Figure 5 shows the FTIR spectra of tamarind seed based activated carbon prepared with KOH to tamarind seed charcoal ratios of 0.5–1.5 and activated at 500–700°C. It can be seen that all of spectra are similar. There are a broad band at about 3200 cm−1, very weak peak at 1600 cm−1, strong peak at 1400 cm−1, shoulder peak at 1500 cm−1, very weak peak at 1150 cm−1, and weak peaks at 900 cm−1 and 700 cm−1. The broad band at 3200 cm−1 associated with –OH stretching vibration of hydroxyl functional groups. The very weak peak at 1600 cm−1 corresponds to C=C stretching of the aromatic rings . These could form by decomposition of C–H bonds to form a more stable aromatic C=C bonds at the higher activation temperatures . This feature may also be due to C=O groups conjugated with aromatic rings . This indicates the formation of carbonyl-containing groups formed during the aromatization of tamarind seed . The intensity of this peak gradually decreases with increasing activation temperatures and impregnation ratios. The shoulder peaks at about 1500 cm−1 and 1400 cm−1 are attributed to carboxyl-carbonate structures . The peak at 1400 cm−1 can be attributed to oxygen containing functional groups, for example, C=O and C–O of carboxylic groups  or in-plane vibration of O–H of carboxylic group . The very weak peak at about 1150 cm−1 corresponds to the stretching vibration of C–O group in alcohol, phenol, ether, or ester . It could also be attributed to carboxylic groups , including –CO3 group  and the phenolic –OH group . The peak at 960 cm−1 is associated with stretching vibration of C–C or C–H groups  or C=O group . The peak at about 700 cm−1 may be due to Si–H stretching vibration  or polycyclic and C–H bending vibration of benzene rings . These functional groups can have negative or positive charge depending on the solution pH .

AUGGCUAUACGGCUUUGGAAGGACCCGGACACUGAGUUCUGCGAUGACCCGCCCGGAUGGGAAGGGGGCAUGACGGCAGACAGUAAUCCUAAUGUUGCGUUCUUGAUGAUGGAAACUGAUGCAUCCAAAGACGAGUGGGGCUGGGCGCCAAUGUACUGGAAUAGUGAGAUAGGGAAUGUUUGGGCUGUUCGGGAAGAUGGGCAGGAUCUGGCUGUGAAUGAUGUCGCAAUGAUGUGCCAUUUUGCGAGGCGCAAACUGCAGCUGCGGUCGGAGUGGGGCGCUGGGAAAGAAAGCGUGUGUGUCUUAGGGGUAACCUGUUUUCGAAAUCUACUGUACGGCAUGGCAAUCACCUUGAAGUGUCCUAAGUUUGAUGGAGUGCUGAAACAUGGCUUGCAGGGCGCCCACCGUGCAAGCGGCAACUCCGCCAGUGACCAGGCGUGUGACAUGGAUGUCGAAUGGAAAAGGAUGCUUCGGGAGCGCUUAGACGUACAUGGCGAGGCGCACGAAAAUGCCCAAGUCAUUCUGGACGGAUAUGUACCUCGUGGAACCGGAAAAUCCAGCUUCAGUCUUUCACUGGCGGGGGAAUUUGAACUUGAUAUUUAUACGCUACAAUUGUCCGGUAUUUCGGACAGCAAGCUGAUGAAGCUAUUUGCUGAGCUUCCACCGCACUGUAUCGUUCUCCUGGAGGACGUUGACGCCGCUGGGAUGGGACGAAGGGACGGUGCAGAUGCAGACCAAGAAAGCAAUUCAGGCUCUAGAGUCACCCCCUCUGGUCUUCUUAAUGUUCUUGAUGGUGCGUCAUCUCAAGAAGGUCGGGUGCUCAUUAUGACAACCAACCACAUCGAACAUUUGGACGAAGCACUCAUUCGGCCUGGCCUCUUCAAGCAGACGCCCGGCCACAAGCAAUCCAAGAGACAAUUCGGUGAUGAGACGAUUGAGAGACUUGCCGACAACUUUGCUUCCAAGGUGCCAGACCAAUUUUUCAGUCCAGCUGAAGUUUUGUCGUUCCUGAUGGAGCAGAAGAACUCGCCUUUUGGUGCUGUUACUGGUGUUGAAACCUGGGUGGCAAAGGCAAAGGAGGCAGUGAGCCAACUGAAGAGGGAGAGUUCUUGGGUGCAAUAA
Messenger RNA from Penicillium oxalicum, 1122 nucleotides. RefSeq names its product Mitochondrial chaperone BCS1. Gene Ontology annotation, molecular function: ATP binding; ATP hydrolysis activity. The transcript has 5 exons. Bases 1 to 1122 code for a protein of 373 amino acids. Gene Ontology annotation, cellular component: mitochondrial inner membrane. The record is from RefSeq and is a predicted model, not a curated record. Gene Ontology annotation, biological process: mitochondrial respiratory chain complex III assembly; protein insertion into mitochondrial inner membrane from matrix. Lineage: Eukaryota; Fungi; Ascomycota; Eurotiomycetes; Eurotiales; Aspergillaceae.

As compared to tamarind seed char which had been prepared by Munusamy et al. , it showed the peaks of O–H group (3334 cm−1), C–H group (2879 cm−1), C=C group (1548 cm−1), and C–C group (1165 cm−1). It was shown that NaOH activation resulted in increased functional groups, except CH group which disappeared after activation.